Water & the Economy: Moving Toward a More Secure Nation
What do water and the economy have to do with national security? Clearly, water is a component of natural capital, which serves a function for its value to humans. But, it is also a necessary component for other natural capital elements, such as wetlands, rivers and forests. In addition, we need to recognize that a strong economy is fundamental to national security. The most dangerous enemy is the one within, and a weak or failing economy introduces numerous weak points in national security. With this in mind, Growing Blue (www.growingblue.com) hosted a gathering of experts in September 2012 to discuss the interplay of water and the economy. The premise behind the discussion was the topic of the economics of water and, more importantly, of economics and water as these two concepts are inextricably linked.
The discussion touched on a variety of aspects, including ecosystem services, water financing, the energy-water nexus, assessing water risk, and water and cities. Several interesting themes emerged that are relevant to the topic of natural capital and national security. First is that water is so fundamental to so many aspects of society that stressed supplies would lead to catastrophic impacts to the economy, which can destabilize national security.
According to Mark Smith of The Nature Conservancy, “The lack of adequate investment in water means we aren’t protecting the basic infrastructure – both built and natural – needed to sustain this valuable resource. We don’t sufficiently invest in pumps, pipes and treatments plants that deliver clean water and dispose of wastewater.
For example, industry is highly dependent on water, and the economy is highly dependent on the success of industry. A recent survey of leaders at the 2012 World Economic Forum revealed that, for the first time, water-related risks are among the top five concerns when considering the likelihood and impact of all major global risks. Only the impact of a major, systemic financial failure concerns them more. Water is now a greater concern than volatility of energy supplies, food shortages or even terrorism. These risks generally fit in the category of disruptions to business due to loss or restricted access to water. Resulting shutdowns, relocations of facilities and related company financial value and workforces could be very disruptive to the economy. We have seen in these past years that a disrupted economy has adverse impacts on jobs, stocks and individual finances.
But water related risks can hit much closer to home and day-to-day life. Failing infrastructure, weather-related scarcity or shortages or, ironically, water excesses from storms can be immensely disruptive to society. Recent natural disasters, such as the droughts that damaged crops and the Sandy storm-related damages, show how water-related problems can challenge our national security by disrupting the economy.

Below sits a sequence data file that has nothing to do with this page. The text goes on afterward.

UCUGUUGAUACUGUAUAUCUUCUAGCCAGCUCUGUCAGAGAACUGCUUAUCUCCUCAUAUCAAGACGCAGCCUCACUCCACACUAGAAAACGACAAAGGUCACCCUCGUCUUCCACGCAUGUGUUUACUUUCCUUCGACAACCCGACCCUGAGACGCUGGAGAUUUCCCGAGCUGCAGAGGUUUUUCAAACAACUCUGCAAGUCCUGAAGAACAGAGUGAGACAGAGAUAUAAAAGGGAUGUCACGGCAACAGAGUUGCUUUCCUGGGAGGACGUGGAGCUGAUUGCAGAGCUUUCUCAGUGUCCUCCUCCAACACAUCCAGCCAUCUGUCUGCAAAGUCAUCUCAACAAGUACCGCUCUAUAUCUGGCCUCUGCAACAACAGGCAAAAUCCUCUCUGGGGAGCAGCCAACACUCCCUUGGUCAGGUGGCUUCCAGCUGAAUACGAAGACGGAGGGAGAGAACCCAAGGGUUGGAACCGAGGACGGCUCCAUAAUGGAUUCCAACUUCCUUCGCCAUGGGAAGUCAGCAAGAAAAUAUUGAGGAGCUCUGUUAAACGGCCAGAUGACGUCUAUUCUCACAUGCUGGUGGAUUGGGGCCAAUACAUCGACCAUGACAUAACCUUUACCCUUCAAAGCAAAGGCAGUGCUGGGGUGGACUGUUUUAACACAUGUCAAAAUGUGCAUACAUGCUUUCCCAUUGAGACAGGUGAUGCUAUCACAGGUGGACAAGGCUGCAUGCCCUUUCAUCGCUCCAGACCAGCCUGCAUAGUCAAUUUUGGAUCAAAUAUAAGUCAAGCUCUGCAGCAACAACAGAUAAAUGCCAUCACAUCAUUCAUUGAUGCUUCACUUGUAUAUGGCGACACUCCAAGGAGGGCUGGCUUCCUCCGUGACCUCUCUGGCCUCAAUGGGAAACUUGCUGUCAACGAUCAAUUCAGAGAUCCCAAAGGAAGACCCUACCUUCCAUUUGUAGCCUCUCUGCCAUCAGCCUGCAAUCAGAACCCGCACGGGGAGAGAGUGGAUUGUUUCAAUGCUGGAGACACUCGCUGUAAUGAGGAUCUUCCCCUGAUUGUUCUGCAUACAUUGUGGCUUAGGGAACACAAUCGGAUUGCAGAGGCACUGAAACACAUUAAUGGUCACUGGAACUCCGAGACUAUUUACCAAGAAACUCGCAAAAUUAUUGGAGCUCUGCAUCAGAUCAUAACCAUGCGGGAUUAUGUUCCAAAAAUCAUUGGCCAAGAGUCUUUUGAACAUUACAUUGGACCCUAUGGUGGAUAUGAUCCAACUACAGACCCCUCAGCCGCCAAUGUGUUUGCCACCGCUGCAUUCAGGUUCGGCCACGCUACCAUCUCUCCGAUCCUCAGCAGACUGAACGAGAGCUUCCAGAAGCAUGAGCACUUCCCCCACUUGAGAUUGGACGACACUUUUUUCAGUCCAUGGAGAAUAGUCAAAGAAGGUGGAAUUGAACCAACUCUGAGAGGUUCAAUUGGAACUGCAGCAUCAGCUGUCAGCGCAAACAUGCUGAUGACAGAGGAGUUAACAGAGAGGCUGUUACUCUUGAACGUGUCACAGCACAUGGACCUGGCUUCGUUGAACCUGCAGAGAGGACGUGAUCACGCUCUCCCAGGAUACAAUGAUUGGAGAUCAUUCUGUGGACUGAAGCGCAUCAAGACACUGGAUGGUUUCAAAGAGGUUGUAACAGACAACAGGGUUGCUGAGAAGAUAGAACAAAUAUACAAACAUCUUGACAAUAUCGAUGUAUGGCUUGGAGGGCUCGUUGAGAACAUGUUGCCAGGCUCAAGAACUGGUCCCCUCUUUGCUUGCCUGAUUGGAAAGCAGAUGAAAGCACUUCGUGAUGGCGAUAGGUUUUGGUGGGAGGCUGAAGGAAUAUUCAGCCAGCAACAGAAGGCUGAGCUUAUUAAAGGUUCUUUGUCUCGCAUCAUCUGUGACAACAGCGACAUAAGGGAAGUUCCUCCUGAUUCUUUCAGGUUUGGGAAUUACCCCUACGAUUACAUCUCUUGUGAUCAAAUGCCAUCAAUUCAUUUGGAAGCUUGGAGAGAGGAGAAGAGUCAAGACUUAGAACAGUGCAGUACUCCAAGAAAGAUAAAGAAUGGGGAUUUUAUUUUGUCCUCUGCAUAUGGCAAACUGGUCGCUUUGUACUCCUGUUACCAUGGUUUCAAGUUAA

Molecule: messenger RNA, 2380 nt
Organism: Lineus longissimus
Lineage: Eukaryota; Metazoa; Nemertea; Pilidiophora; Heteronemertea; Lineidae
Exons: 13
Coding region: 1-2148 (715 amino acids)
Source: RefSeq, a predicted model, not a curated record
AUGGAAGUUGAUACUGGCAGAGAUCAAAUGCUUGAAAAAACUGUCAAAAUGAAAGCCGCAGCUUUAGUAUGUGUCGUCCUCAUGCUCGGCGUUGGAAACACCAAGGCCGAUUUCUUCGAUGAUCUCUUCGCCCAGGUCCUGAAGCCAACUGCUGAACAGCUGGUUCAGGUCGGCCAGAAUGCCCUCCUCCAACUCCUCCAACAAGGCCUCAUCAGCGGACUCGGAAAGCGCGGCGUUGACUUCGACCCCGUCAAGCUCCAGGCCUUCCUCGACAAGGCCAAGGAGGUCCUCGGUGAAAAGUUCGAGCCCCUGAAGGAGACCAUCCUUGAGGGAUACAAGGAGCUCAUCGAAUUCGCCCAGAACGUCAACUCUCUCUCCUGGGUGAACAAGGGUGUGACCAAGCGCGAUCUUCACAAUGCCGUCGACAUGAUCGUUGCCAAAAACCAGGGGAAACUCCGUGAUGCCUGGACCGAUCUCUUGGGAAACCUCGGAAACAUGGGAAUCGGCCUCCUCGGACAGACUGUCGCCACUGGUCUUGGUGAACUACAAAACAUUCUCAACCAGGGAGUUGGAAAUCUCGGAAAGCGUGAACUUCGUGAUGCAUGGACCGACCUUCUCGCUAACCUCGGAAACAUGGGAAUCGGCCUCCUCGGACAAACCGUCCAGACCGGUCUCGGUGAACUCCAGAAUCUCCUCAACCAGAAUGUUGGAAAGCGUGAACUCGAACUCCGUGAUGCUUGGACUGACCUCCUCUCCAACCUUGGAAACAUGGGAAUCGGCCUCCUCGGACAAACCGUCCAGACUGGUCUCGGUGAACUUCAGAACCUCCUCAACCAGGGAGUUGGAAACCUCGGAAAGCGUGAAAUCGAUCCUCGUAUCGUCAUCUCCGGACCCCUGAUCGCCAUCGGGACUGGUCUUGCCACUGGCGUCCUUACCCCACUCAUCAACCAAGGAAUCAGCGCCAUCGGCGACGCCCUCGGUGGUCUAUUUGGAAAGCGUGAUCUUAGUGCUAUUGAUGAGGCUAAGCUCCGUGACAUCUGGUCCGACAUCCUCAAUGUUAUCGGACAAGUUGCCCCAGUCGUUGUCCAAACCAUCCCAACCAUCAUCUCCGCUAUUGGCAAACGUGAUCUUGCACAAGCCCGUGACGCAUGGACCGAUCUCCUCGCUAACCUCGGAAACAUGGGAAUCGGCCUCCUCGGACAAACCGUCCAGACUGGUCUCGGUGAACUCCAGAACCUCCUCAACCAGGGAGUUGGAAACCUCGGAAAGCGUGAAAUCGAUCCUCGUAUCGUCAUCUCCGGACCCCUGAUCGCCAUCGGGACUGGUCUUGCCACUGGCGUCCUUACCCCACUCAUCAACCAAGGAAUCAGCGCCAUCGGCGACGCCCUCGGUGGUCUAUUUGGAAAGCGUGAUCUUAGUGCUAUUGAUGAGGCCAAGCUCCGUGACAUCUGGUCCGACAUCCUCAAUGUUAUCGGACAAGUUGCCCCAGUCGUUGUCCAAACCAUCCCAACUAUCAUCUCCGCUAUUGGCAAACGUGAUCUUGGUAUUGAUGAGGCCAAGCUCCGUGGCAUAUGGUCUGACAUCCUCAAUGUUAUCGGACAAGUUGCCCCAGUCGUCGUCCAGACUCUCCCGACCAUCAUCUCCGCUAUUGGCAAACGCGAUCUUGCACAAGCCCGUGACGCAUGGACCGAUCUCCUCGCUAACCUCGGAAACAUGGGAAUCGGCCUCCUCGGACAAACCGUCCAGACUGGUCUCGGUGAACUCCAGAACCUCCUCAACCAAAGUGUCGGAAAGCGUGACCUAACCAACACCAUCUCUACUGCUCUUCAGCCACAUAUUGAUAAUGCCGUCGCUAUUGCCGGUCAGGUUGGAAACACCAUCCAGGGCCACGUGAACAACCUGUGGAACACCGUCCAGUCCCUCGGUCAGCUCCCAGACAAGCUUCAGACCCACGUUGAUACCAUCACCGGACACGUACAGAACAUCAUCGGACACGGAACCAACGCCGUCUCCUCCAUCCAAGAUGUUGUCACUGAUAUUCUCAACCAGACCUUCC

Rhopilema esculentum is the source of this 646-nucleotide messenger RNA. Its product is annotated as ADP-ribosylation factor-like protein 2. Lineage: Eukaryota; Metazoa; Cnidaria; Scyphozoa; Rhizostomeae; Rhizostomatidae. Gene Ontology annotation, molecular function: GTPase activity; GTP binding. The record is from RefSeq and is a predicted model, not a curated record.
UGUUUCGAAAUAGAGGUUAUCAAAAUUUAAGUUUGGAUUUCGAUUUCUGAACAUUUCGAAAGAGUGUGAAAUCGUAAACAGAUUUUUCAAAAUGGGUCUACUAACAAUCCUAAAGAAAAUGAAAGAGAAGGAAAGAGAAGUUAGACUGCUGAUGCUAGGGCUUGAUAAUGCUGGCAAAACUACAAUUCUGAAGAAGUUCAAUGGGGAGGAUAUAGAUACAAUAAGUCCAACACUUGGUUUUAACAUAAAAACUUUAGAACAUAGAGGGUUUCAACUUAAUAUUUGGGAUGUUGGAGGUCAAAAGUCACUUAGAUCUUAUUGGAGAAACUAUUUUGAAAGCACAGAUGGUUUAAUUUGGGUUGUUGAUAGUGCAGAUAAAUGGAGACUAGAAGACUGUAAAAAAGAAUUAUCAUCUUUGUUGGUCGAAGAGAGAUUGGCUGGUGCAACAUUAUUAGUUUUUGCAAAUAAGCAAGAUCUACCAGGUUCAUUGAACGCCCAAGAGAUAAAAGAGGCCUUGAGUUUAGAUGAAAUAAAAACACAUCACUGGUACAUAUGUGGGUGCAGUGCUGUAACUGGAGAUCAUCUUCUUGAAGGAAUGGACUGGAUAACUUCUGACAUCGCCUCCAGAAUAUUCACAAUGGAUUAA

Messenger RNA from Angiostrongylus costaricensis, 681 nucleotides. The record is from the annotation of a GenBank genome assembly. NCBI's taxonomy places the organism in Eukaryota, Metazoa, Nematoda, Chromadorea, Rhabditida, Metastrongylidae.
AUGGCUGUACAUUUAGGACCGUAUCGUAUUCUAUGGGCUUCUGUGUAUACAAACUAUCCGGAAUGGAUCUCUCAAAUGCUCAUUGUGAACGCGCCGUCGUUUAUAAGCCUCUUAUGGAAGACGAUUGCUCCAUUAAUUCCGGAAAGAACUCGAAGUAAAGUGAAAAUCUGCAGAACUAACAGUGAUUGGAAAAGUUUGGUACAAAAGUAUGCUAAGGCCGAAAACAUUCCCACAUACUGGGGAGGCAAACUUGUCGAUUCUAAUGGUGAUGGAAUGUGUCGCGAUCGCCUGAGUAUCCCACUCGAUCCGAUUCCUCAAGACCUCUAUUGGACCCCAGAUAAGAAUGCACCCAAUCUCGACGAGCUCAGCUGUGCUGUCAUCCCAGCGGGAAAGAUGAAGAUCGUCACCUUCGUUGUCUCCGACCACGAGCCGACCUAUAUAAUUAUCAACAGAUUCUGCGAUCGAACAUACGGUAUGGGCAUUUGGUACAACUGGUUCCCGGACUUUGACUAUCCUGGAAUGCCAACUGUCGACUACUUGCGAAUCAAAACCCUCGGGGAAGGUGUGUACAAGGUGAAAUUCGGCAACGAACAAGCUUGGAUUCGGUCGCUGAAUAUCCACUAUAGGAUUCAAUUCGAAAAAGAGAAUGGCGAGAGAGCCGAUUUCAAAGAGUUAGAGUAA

America has the good fortune of being relatively self-sufficient in terms of food, and we actually provide food to many other parts of the world. We know water is fundamental to food production – from irrigation of farm fields to processing and preserving food products. Compromises to food production due to water-related problems can indeed be catastrophic to national security.
One other point worth noting is the connection between energy and water. Energy has long been considered a key factor in national security. Many note that energy independence is fundamental to a secure nation. But, energy and water are closely linked. It takes water to generate energy, and it takes energy to treat and to deliver water. Without one, the other is severely compromised. In the United States, nearly one-half of freshwater withdrawals are for cooling of thermoelectric power plants. Conversely, it can take several thousand kilowatt hours of energy per million gallons of water. Hence, if energy independence is crucial for national security, then water stability must be equally secure.
In summary, those who are now paying attention see that in less than 40 years, 45 percent of the global economy and more than one-half of the world’s population will be located in areas with severe water shortages, if we do not adopt sustainable water practices. The surveyed economists, experts and business leaders clearly understand that water resources are directly connected not only to human health, food and quality of the environment but also to the sustainability and health of our economies.
A national water strategy that strives to encourage water efficiency, water reuse and protection of the ecosystem services’ value of water will lead to more manageable risks. Raising awareness of the nexus between water and energy, and between water and food, will help ensure that water is not forgotten when determining energy and agricultural policy and practices. Finally, recognizing the true value of water, such that water pricing is more realistic and consistent with what water delivery actually costs, will lead to more resources to secure our aging infrastructure.
Ironically, one fundamental, cross-cutting reason why water is a potential risk to national security is that it is, essentially, too inexpensive. So, it is incumbent upon all of us, regardless of where we fit into the global water picture, to do what we can to manage this resource sustainably. The result will be healthy and secure ecosystems, societies and economies. And, this goes a long way to ensure a secure and sovereign nation.